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As average global temperatures have risen, mid- to upper-latitude regions have been experiencing disproportionate warming in the range of 1.5 to 2.5 C, when compared to a base period of 1981 to 2010.[1] Because of this trend, agriculture should increasingly become possible in regions north of which they were formerly impractical. But the benefits of this phenomenon will most likely be outweighed by the damage done to crop productivity resulting from the increasing incidence of drought, insect pests, and flooding in lower latitudes.[2]

The graph above is from the 2014 IPCC Synthesis Report,[3] and summarizes projections for global crop yield increases versus declines in comparison with late 20th Century levels. The 2020-2029 range shows projections for yield increases at a peak of approximately 50%, still slightly below projections for yield decreases during that period. In future periods the trends diverge, with projections for increasing yields dropping to 30% in the 2030-2049 period, while projections for decreases rise to 70%. By the end of the 21st century, yield increase projections comprise only one fifth (~20%) of those for yield decline.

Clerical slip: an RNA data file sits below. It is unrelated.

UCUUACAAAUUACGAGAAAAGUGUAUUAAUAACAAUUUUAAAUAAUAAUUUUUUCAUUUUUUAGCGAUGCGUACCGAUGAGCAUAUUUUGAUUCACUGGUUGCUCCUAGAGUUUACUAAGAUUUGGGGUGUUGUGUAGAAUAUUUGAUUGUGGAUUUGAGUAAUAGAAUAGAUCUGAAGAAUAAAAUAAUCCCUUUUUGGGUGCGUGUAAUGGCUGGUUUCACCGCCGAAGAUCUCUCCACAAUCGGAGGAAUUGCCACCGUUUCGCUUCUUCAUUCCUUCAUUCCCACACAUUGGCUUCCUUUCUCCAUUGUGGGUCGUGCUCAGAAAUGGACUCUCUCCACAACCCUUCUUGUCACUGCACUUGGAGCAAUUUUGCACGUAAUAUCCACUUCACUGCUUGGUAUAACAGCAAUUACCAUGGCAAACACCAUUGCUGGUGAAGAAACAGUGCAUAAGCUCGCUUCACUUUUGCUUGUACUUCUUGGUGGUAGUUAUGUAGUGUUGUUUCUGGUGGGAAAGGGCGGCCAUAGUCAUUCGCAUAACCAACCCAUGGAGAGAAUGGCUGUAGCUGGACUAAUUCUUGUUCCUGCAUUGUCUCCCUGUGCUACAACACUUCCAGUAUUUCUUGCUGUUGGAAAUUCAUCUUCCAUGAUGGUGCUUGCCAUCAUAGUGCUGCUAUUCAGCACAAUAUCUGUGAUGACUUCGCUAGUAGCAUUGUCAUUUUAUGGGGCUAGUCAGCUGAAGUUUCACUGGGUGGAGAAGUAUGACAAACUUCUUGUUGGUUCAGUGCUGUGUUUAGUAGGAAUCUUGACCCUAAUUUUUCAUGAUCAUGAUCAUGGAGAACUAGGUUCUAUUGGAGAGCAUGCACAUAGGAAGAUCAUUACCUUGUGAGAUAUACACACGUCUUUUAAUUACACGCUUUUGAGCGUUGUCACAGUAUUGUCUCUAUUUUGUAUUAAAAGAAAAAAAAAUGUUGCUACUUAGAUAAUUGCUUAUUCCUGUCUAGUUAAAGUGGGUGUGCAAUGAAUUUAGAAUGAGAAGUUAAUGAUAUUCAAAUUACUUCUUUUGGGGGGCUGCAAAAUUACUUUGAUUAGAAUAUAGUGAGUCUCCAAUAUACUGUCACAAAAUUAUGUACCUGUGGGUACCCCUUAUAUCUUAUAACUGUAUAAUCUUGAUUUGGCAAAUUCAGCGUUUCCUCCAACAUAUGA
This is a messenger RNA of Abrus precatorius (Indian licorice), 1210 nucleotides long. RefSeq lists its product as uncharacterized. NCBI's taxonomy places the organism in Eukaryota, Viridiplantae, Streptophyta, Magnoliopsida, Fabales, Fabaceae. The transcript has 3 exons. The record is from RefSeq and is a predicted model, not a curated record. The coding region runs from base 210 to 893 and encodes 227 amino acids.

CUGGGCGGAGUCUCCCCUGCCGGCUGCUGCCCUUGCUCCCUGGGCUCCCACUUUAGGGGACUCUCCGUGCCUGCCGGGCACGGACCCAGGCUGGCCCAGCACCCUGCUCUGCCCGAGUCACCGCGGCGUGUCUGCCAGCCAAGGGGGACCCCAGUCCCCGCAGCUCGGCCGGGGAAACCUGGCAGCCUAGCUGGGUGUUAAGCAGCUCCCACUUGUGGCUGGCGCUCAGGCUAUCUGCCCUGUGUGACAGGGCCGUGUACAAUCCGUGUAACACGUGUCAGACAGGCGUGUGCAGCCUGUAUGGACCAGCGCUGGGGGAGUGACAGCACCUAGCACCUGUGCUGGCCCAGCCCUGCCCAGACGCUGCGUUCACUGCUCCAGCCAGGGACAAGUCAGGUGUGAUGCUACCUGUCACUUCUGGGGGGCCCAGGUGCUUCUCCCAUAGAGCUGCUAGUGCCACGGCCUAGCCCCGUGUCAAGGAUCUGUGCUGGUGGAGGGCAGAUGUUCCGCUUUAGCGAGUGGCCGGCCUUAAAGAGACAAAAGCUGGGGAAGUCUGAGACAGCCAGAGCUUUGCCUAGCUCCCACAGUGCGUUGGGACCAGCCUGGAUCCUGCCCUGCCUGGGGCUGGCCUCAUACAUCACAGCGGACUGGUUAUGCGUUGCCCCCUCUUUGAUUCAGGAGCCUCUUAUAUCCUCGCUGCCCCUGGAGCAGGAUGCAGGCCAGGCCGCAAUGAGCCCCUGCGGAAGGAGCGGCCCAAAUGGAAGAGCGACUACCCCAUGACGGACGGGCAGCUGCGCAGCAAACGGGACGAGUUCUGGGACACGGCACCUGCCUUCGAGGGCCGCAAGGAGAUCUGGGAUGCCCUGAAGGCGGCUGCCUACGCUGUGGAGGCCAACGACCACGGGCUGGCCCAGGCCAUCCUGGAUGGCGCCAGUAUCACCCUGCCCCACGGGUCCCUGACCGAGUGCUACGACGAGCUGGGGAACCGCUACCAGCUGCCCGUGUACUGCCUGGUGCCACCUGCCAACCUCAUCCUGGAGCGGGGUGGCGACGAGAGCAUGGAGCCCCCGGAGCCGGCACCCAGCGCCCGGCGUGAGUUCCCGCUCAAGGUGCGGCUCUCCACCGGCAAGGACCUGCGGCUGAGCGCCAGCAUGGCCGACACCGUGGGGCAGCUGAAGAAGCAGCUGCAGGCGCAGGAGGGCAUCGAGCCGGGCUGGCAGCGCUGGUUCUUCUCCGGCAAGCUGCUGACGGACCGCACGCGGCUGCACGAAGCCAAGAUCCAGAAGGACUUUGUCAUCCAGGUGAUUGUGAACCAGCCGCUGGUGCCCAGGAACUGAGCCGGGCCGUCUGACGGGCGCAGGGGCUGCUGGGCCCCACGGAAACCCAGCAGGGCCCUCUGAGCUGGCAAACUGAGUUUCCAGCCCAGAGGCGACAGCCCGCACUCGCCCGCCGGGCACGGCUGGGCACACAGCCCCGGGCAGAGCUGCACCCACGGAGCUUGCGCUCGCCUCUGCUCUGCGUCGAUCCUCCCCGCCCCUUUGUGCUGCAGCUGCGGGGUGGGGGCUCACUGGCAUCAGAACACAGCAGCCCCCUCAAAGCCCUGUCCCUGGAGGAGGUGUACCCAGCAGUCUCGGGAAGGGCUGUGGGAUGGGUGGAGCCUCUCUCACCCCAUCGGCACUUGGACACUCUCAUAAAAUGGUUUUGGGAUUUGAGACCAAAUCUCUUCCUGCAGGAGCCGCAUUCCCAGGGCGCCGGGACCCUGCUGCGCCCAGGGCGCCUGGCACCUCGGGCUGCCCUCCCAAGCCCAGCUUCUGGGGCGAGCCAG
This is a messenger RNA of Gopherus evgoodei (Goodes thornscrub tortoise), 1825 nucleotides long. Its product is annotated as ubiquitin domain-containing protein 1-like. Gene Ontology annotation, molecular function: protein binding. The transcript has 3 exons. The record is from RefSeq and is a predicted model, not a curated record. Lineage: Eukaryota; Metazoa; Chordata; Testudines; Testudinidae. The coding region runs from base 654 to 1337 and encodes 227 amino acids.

Note the trend line in yellow marking rising low values for percentage of drought area globally. (Source:

If these projections prove accurate, the expenses of crop yield decline should accumulate in proportion to climate disruption. Costs will be borne by governments treating malnutrition and providing emergency subsidies to the agriculture industry. Mass migration from drought-stricken areas could also complicate geopolitics and potentially affect global markets.[4] Ripple effects from a destabilized commodities sector could raise prices throughout the supply chain, which would be passed on to businesses and consumers, while compromising investment portfolios. When these potential drawbacks are considered, the benefit of arable regions’ expanding northwards seems minor by comparison.  




[3] [p. 15]


(Projections for 2030 concerning crops worldwide)


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